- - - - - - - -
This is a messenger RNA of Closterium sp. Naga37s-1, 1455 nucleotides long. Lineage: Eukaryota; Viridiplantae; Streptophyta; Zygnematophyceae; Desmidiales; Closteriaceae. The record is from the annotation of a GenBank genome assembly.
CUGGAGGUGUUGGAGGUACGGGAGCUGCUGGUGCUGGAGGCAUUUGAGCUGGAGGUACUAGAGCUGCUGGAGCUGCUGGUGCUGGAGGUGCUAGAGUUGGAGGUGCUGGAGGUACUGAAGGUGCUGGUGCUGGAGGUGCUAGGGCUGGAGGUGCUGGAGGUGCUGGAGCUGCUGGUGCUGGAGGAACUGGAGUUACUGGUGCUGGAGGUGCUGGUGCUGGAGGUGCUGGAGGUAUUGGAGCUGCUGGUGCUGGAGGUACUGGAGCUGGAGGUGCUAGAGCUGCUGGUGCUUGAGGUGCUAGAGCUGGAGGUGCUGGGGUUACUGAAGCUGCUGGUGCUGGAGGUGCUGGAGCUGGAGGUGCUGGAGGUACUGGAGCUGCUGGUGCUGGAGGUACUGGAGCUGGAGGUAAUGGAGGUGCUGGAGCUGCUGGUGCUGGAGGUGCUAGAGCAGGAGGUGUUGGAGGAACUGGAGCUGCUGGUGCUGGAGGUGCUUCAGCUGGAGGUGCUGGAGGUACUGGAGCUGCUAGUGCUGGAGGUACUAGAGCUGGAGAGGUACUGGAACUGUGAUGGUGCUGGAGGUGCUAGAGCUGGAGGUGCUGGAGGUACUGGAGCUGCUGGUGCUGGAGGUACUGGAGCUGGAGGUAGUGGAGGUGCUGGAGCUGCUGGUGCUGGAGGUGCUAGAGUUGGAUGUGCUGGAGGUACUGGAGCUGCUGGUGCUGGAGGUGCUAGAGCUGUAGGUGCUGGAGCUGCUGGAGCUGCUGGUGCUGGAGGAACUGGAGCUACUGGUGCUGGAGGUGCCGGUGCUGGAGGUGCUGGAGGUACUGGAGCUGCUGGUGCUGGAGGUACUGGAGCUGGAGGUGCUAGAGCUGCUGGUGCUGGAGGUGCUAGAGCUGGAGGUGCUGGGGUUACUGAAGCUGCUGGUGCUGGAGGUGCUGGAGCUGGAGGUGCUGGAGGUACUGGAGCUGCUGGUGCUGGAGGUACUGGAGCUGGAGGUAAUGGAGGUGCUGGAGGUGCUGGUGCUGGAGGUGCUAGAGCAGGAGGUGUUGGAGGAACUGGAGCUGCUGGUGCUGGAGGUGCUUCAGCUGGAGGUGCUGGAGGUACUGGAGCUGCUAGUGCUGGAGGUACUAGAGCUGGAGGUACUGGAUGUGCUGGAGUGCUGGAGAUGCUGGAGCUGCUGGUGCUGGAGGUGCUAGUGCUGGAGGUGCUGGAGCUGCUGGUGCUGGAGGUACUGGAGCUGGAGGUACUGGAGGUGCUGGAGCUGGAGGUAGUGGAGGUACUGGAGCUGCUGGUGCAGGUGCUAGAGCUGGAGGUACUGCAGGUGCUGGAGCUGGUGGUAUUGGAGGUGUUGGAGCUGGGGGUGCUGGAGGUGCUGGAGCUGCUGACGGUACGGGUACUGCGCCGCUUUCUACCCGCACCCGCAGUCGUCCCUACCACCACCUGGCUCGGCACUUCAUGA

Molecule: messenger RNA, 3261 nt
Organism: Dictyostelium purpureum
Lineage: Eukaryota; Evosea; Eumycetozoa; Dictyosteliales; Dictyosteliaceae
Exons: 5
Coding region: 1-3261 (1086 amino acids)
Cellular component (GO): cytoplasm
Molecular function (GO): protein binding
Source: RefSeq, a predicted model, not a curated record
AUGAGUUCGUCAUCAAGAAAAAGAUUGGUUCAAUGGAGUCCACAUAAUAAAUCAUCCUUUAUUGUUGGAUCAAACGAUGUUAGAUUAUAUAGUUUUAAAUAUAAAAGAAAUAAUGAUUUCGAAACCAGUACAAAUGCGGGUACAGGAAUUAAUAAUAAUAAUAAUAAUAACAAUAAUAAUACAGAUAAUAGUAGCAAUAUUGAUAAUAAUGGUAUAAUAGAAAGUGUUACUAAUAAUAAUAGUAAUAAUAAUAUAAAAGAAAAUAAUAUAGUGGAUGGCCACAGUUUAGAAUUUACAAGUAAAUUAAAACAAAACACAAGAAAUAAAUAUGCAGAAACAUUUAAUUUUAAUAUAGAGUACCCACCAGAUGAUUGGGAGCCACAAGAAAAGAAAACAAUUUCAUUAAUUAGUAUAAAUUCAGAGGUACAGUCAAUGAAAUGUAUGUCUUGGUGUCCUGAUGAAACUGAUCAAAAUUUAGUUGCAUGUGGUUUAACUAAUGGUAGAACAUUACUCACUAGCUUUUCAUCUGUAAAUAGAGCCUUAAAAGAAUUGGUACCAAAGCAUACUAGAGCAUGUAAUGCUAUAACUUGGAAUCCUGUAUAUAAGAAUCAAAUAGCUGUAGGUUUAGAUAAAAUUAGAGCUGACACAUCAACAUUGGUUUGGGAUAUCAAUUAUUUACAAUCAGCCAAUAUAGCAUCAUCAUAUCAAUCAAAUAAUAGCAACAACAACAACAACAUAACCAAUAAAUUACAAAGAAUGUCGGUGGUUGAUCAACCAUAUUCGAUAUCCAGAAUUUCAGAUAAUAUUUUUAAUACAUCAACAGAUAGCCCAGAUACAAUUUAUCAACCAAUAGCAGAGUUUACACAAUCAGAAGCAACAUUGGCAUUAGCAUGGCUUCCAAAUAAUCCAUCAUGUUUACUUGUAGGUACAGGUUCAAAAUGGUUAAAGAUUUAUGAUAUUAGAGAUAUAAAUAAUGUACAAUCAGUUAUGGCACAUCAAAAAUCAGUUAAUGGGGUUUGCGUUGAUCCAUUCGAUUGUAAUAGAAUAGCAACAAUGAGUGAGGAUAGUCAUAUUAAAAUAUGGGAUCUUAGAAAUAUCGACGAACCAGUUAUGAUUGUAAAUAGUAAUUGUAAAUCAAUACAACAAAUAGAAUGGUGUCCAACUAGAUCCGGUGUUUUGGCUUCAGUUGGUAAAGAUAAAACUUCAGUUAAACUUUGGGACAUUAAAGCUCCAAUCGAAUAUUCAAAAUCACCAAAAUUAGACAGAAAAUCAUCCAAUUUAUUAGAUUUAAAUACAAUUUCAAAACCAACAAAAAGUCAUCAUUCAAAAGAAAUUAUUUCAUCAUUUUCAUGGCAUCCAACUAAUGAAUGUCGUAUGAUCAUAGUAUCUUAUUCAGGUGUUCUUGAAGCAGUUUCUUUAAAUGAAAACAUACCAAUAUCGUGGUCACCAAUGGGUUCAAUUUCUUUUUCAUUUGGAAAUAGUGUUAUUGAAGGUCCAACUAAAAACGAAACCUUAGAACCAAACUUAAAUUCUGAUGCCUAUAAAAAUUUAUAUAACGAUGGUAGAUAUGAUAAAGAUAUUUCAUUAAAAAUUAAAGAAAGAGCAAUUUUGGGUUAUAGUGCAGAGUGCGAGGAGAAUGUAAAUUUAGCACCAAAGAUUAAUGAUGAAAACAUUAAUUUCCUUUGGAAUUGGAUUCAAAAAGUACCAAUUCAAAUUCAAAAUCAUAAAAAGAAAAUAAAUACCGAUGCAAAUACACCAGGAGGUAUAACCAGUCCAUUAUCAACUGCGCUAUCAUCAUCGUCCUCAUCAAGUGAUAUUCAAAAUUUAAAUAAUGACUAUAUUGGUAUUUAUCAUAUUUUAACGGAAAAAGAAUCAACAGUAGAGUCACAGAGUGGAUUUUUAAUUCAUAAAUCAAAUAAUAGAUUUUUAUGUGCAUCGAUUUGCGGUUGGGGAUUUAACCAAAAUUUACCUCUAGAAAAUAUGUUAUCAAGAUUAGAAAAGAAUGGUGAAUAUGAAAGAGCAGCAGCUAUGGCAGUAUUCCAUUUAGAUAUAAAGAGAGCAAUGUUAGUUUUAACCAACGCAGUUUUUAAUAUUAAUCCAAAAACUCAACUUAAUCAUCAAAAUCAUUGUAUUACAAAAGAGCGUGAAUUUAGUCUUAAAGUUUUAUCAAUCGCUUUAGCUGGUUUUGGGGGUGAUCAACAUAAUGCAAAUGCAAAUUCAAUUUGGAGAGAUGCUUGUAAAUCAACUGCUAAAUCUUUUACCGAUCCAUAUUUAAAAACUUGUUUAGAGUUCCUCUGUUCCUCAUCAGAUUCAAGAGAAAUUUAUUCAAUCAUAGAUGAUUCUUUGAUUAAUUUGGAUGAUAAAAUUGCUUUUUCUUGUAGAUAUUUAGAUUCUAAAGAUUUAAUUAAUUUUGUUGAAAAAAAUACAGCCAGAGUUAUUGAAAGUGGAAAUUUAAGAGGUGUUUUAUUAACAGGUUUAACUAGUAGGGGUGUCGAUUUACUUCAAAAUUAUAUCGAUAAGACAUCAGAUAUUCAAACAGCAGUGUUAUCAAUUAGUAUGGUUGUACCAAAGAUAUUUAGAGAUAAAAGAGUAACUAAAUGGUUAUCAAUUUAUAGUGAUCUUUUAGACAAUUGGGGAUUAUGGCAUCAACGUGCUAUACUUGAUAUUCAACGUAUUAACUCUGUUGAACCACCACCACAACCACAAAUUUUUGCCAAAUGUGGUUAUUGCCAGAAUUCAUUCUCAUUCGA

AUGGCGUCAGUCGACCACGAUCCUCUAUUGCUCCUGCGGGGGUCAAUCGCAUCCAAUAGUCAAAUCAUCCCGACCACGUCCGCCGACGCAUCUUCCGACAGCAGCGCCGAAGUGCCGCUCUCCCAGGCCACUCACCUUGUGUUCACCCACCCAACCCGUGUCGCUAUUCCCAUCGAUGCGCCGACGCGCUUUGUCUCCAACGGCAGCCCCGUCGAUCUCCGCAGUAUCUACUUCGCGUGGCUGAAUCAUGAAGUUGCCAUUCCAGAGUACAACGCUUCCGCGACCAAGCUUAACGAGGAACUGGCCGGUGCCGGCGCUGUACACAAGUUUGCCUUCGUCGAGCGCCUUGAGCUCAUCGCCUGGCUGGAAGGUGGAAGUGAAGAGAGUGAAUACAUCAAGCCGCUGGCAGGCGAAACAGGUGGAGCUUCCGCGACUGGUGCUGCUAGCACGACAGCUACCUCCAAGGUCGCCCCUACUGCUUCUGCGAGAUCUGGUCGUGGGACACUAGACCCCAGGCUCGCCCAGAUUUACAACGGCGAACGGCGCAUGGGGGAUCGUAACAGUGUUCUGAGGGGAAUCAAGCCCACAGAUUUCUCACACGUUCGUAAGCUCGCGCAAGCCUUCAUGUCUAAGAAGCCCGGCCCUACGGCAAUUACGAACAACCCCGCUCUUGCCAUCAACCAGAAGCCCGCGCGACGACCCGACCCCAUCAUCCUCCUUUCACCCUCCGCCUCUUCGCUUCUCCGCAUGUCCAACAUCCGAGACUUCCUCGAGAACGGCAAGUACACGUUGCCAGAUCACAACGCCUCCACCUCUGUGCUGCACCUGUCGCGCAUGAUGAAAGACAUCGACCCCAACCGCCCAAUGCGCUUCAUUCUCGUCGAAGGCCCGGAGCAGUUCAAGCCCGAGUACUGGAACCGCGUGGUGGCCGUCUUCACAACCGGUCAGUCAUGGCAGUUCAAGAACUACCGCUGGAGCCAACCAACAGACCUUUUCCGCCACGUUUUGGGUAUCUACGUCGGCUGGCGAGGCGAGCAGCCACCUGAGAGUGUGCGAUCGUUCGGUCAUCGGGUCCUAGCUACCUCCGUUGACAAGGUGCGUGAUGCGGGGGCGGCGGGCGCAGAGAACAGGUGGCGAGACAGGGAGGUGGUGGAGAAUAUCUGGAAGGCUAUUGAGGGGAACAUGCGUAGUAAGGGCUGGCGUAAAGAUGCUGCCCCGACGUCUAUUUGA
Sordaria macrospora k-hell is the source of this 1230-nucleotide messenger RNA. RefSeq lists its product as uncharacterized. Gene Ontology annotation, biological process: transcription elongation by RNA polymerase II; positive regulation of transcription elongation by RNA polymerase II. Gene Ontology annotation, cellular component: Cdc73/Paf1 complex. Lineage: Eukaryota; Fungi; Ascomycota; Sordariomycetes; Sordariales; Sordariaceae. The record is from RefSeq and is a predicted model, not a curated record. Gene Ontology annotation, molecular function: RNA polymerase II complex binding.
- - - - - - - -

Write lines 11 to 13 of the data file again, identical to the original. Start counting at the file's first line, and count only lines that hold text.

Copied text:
AUGAGUUCGUCAUCAAGAAAAAGAUUGGUUCAAUGGAGUCCACAUAAUAAAUCAUCCUUUAUUGUUGGAUCAAACGAUGUUAGAUUAUAUAGUUUUAAAUAUAAAAGAAAUAAUGAUUUCGAAACCAGUACAAAUGCGGGUACAGGAAUUAAUAAUAAUAAUAAUAAUAACAAUAAUAAUACAGAUAAUAGUAGCAAUAUUGAUAAUAAUGGUAUAAUAGAAAGUGUUACUAAUAAUAAUAGUAAUAAUAAUAUAAAAGAAAAUAAUAUAGUGGAUGGCCACAGUUUAGAAUUUACAAGUAAAUUAAAACAAAACACAAGAAAUAAAUAUGCAGAAACAUUUAAUUUUAAUAUAGAGUACCCACCAGAUGAUUGGGAGCCACAAGAAAAGAAAACAAUUUCAUUAAUUAGUAUAAAUUCAGAGGUACAGUCAAUGAAAUGUAUGUCUUGGUGUCCUGAUGAAACUGAUCAAAAUUUAGUUGCAUGUGGUUUAACUAAUGGUAGAACAUUACUCACUAGCUUUUCAUCUGUAAAUAGAGCCUUAAAAGAAUUGGUACCAAAGCAUACUAGAGCAUGUAAUGCUAUAACUUGGAAUCCUGUAUAUAAGAAUCAAAUAGCUGUAGGUUUAGAUAAAAUUAGAGCUGACACAUCAACAUUGGUUUGGGAUAUCAAUUAUUUACAAUCAGCCAAUAUAGCAUCAUCAUAUCAAUCAAAUAAUAGCAACAACAACAACAACAUAACCAAUAAAUUACAAAGAAUGUCGGUGGUUGAUCAACCAUAUUCGAUAUCCAGAAUUUCAGAUAAUAUUUUUAAUACAUCAACAGAUAGCCCAGAUACAAUUUAUCAACCAAUAGCAGAGUUUACACAAUCAGAAGCAACAUUGGCAUUAGCAUGGCUUCCAAAUAAUCCAUCAUGUUUACUUGUAGGUACAGGUUCAAAAUGGUUAAAGAUUUAUGAUAUUAGAGAUAUAAAUAAUGUACAAUCAGUUAUGGCACAUCAAAAAUCAGUUAAUGGGGUUUGCGUUGAUCCAUUCGAUUGUAAUAGAAUAGCAACAAUGAGUGAGGAUAGUCAUAUUAAAAUAUGGGAUCUUAGAAAUAUCGACGAACCAGUUAUGAUUGUAAAUAGUAAUUGUAAAUCAAUACAACAAAUAGAAUGGUGUCCAACUAGAUCCGGUGUUUUGGCUUCAGUUGGUAAAGAUAAAACUUCAGUUAAACUUUGGGACAUUAAAGCUCCAAUCGAAUAUUCAAAAUCACCAAAAUUAGACAGAAAAUCAUCCAAUUUAUUAGAUUUAAAUACAAUUUCAAAACCAACAAAAAGUCAUCAUUCAAAAGAAAUUAUUUCAUCAUUUUCAUGGCAUCCAACUAAUGAAUGUCGUAUGAUCAUAGUAUCUUAUUCAGGUGUUCUUGAAGCAGUUUCUUUAAAUGAAAACAUACCAAUAUCGUGGUCACCAAUGGGUUCAAUUUCUUUUUCAUUUGGAAAUAGUGUUAUUGAAGGUCCAACUAAAAACGAAACCUUAGAACCAAACUUAAAUUCUGAUGCCUAUAAAAAUUUAUAUAACGAUGGUAGAUAUGAUAAAGAUAUUUCAUUAAAAAUUAAAGAAAGAGCAAUUUUGGGUUAUAGUGCAGAGUGCGAGGAGAAUGUAAAUUUAGCACCAAAGAUUAAUGAUGAAAACAUUAAUUUCCUUUGGAAUUGGAUUCAAAAAGUACCAAUUCAAAUUCAAAAUCAUAAAAAGAAAAUAAAUACCGAUGCAAAUACACCAGGAGGUAUAACCAGUCCAUUAUCAACUGCGCUAUCAUCAUCGUCCUCAUCAAGUGAUAUUCAAAAUUUAAAUAAUGACUAUAUUGGUAUUUAUCAUAUUUUAACGGAAAAAGAAUCAACAGUAGAGUCACAGAGUGGAUUUUUAAUUCAUAAAUCAAAUAAUAGAUUUUUAUGUGCAUCGAUUUGCGGUUGGGGAUUUAACCAAAAUUUACCUCUAGAAAAUAUGUUAUCAAGAUUAGAAAAGAAUGGUGAAUAUGAAAGAGCAGCAGCUAUGGCAGUAUUCCAUUUAGAUAUAAAGAGAGCAAUGUUAGUUUUAACCAACGCAGUUUUUAAUAUUAAUCCAAAAACUCAACUUAAUCAUCAAAAUCAUUGUAUUACAAAAGAGCGUGAAUUUAGUCUUAAAGUUUUAUCAAUCGCUUUAGCUGGUUUUGGGGGUGAUCAACAUAAUGCAAAUGCAAAUUCAAUUUGGAGAGAUGCUUGUAAAUCAACUGCUAAAUCUUUUACCGAUCCAUAUUUAAAAACUUGUUUAGAGUUCCUCUGUUCCUCAUCAGAUUCAAGAGAAAUUUAUUCAAUCAUAGAUGAUUCUUUGAUUAAUUUGGAUGAUAAAAUUGCUUUUUCUUGUAGAUAUUUAGAUUCUAAAGAUUUAAUUAAUUUUGUUGAAAAAAAUACAGCCAGAGUUAUUGAAAGUGGAAAUUUAAGAGGUGUUUUAUUAACAGGUUUAACUAGUAGGGGUGUCGAUUUACUUCAAAAUUAUAUCGAUAAGACAUCAGAUAUUCAAACAGCAGUGUUAUCAAUUAGUAUGGUUGUACCAAAGAUAUUUAGAGAUAAAAGAGUAACUAAAUGGUUAUCAAUUUAUAGUGAUCUUUUAGACAAUUGGGGAUUAUGGCAUCAACGUGCUAUACUUGAUAUUCAACGUAUUAACUCUGUUGAACCACCACCACAACCACAAAUUUUUGCCAAAUGUGGUUAUUGCCAGAAUUCAUUCUCAUUCGA

AUGGCGUCAGUCGACCACGAUCCUCUAUUGCUCCUGCGGGGGUCAAUCGCAUCCAAUAGUCAAAUCAUCCCGACCACGUCCGCCGACGCAUCUUCCGACAGCAGCGCCGAAGUGCCGCUCUCCCAGGCCACUCACCUUGUGUUCACCCACCCAACCCGUGUCGCUAUUCCCAUCGAUGCGCCGACGCGCUUUGUCUCCAACGGCAGCCCCGUCGAUCUCCGCAGUAUCUACUUCGCGUGGCUGAAUCAUGAAGUUGCCAUUCCAGAGUACAACGCUUCCGCGACCAAGCUUAACGAGGAACUGGCCGGUGCCGGCGCUGUACACAAGUUUGCCUUCGUCGAGCGCCUUGAGCUCAUCGCCUGGCUGGAAGGUGGAAGUGAAGAGAGUGAAUACAUCAAGCCGCUGGCAGGCGAAACAGGUGGAGCUUCCGCGACUGGUGCUGCUAGCACGACAGCUACCUCCAAGGUCGCCCCUACUGCUUCUGCGAGAUCUGGUCGUGGGACACUAGACCCCAGGCUCGCCCAGAUUUACAACGGCGAACGGCGCAUGGGGGAUCGUAACAGUGUUCUGAGGGGAAUCAAGCCCACAGAUUUCUCACACGUUCGUAAGCUCGCGCAAGCCUUCAUGUCUAAGAAGCCCGGCCCUACGGCAAUUACGAACAACCCCGCUCUUGCCAUCAACCAGAAGCCCGCGCGACGACCCGACCCCAUCAUCCUCCUUUCACCCUCCGCCUCUUCGCUUCUCCGCAUGUCCAACAUCCGAGACUUCCUCGAGAACGGCAAGUACACGUUGCCAGAUCACAACGCCUCCACCUCUGUGCUGCACCUGUCGCGCAUGAUGAAAGACAUCGACCCCAACCGCCCAAUGCGCUUCAUUCUCGUCGAAGGCCCGGAGCAGUUCAAGCCCGAGUACUGGAACCGCGUGGUGGCCGUCUUCACAACCGGUCAGUCAUGGCAGUUCAAGAACUACCGCUGGAGCCAACCAACAGACCUUUUCCGCCACGUUUUGGGUAUCUACGUCGGCUGGCGAGGCGAGCAGCCACCUGAGAGUGUGCGAUCGUUCGGUCAUCGGGUCCUAGCUACCUCCGUUGACAAGGUGCGUGAUGCGGGGGCGGCGGGCGCAGAGAACAGGUGGCGAGACAGGGAGGUGGUGGAGAAUAUCUGGAAGGCUAUUGAGGGGAACAUGCGUAGUAAGGGCUGGCGUAAAGAUGCUGCCCCGACGUCUAUUUGA
Sordaria macrospora k-hell is the source of this 1230-nucleotide messenger RNA. RefSeq lists its product as uncharacterized. Gene Ontology annotation, biological process: transcription elongation by RNA polymerase II; positive regulation of transcription elongation by RNA polymerase II. Gene Ontology annotation, cellular component: Cdc73/Paf1 complex. Lineage: Eukaryota; Fungi; Ascomycota; Sordariomycetes; Sordariales; Sordariaceae. The record is from RefSeq and is a predicted model, not a curated record. Gene Ontology annotation, molecular function: RNA polymerase II complex binding.